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Posts tagged as “First Circuit”

1st Cir. Rejects Borrowers’ Attempt to Void Loan Using Massachusetts’s ‘Obsolete Mortgage’ Statute

The U.S. Court of Appeals for the First Circuit recently affirmed the dismissal of a lawsuit by borrowers seeking to enjoin a mortgage foreclosure sale, holding that (a) the original lender’s nominee, MERS, could validly assign the mortgage without holding beneficial title to the underlying property and that borrowers do not have standing to challenge a mortgage assignment based on an alleged violation of a trust’s pooling and servicing agreement; and (b) the mortgage was not void under Massachusetts’s “obsolete mortgage” statute, under which a mortgage becomes obsolete and is automatically discharged five years after the expiration of the stated…

1st Cir. Holds IRS 1099-A Forms Did Not Violate Discharge Injunction

The U.S. Court of Appeals for the First Circuit recently affirmed a bankruptcy court’s ruling that a mortgagee did not violate the discharge injunction in 11 U.S.C. § 524(a) by sending IRS 1099-A forms to borrowers after their discharge, agreeing that the IRS forms were not objectively coercive attempts to collect a debt. A copy of the opinion in Bates v. CitiMortgage, Inc. is available at:  Link to Opinion. The borrowers obtained a mortgage loan secured by their home. They filed bankruptcy under Chapter 7 in 2008 and received a discharge of their personal liability for the loan in 2009.…

1st Cir. Rejects Bankruptcy Trustee’s Effort to Avoid Mortgage Due to Allegedly Defective Acknowledgment

The U.S. Court of Appeals for the First Circuit recently rejected a bankruptcy trustee’s effort to avoid a mortgage on the basis that the acknowledgment signed by the borrowers’ attorney-in-fact was defective under Massachusetts law, holding that the acknowledgment was not materially defective because as a matter of agency law the attorney-in-fact’s signature was the borrowers’ “free act and deed.” A copy of the opinion in HSBC Bank USA, N.A. v. Lassman is available at:  Link to Opinion. The borrowers purchased a parcel of “registered land” in 1994 in North Attleboro, Mass. (the “subject property”). “Registered land” is real property…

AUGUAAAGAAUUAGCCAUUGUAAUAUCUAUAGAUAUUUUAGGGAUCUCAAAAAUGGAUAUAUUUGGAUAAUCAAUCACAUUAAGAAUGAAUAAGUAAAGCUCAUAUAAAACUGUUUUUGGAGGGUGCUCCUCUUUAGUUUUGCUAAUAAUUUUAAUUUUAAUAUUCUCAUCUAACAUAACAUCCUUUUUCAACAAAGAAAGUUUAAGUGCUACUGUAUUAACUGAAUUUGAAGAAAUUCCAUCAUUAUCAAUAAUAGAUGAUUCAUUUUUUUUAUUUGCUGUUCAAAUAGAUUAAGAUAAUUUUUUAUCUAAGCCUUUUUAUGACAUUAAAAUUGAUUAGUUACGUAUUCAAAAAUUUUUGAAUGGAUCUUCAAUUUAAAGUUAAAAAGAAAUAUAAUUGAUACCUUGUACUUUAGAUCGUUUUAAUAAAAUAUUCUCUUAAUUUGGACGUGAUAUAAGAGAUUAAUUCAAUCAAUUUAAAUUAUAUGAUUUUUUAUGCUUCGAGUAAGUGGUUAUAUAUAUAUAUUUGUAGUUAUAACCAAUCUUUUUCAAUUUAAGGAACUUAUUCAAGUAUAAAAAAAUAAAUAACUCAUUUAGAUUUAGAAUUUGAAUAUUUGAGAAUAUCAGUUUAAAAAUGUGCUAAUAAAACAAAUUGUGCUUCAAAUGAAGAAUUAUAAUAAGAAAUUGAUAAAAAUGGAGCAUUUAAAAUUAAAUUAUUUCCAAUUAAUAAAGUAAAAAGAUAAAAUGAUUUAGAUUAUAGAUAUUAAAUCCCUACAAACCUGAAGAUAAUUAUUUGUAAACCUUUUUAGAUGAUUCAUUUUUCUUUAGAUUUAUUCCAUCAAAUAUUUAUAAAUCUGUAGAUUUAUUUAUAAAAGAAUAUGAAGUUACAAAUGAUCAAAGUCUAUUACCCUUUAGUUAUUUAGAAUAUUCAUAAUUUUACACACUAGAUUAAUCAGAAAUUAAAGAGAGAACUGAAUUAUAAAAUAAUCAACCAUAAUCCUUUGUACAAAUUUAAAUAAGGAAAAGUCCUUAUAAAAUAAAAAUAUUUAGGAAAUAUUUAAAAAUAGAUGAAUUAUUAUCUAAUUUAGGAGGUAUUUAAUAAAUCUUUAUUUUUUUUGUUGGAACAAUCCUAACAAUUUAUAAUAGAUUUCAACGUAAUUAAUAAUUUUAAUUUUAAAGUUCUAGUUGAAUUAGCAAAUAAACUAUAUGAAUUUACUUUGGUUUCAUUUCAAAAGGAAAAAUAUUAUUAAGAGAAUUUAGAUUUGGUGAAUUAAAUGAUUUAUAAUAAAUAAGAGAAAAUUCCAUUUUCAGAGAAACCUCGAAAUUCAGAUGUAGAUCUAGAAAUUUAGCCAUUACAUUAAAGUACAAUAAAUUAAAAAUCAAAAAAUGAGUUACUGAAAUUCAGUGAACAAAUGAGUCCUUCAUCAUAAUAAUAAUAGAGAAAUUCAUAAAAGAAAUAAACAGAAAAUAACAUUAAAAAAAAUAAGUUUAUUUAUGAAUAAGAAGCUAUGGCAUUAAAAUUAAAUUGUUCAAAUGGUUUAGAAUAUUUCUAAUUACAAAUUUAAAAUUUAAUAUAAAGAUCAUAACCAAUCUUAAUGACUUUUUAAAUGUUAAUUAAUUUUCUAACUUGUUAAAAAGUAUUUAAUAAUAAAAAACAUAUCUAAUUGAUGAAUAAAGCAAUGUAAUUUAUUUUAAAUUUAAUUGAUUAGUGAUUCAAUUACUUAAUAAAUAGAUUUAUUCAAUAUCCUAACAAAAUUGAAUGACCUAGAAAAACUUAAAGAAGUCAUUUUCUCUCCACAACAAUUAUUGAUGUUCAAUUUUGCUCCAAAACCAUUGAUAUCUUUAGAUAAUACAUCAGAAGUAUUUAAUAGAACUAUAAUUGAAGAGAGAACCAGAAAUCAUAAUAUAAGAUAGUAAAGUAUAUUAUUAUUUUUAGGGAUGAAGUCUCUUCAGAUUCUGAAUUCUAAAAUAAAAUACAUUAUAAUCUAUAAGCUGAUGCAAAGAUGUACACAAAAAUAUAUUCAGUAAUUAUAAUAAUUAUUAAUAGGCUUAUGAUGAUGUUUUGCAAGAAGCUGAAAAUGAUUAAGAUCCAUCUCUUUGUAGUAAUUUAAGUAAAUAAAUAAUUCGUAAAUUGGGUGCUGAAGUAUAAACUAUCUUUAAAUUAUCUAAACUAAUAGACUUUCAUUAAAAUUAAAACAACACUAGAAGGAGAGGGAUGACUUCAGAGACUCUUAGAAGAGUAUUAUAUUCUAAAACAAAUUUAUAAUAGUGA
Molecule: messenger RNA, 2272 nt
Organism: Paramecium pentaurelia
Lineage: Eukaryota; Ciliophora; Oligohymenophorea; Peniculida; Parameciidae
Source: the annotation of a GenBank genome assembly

1st Cir. Limits Ability to Use Bank Secrecy Act to Shield Sensitive Documents

The U.S. Court of Appeals for the First Circuit recently denied a bank’s request pursuant to the Bank Secrecy Act to shield certain business records from being produced and used in a putative class action, holding that none of the subject documents constitute a draft SAR, or reflect the decision-making process as to whether a SAR should be filed, the process of preparing a SAR, or an attempt to explain the content of a SAR post-filing. A copy of the opinion is available at: Link to Opinion. The lead plaintiffs sued the bank, alleging that a customer used his accounts…

First Circuit Holds Mortgagor Cannot Sue Mortgagee to Quiet Title in Title Theory State

The U.S. Court of Appeals for the First Circuit recently affirmed the dismissal of two mortgagors’ quiet title allegations against a mortgagee, holding that the plaintiff mortgagors could not assert a quiet title claim under Rhode Island law against the mortgagee defendants because Rhode Island is a title theory state, and the mortgagors’ equitable interest in title to the property at issue was not adverse to the mortgagee’s legal interest in title. A copy of the opinion is available at: Link to Opinion. The plaintiff mortgagors (one of whom is an attorney) claimed uncertainty as to which entity held an…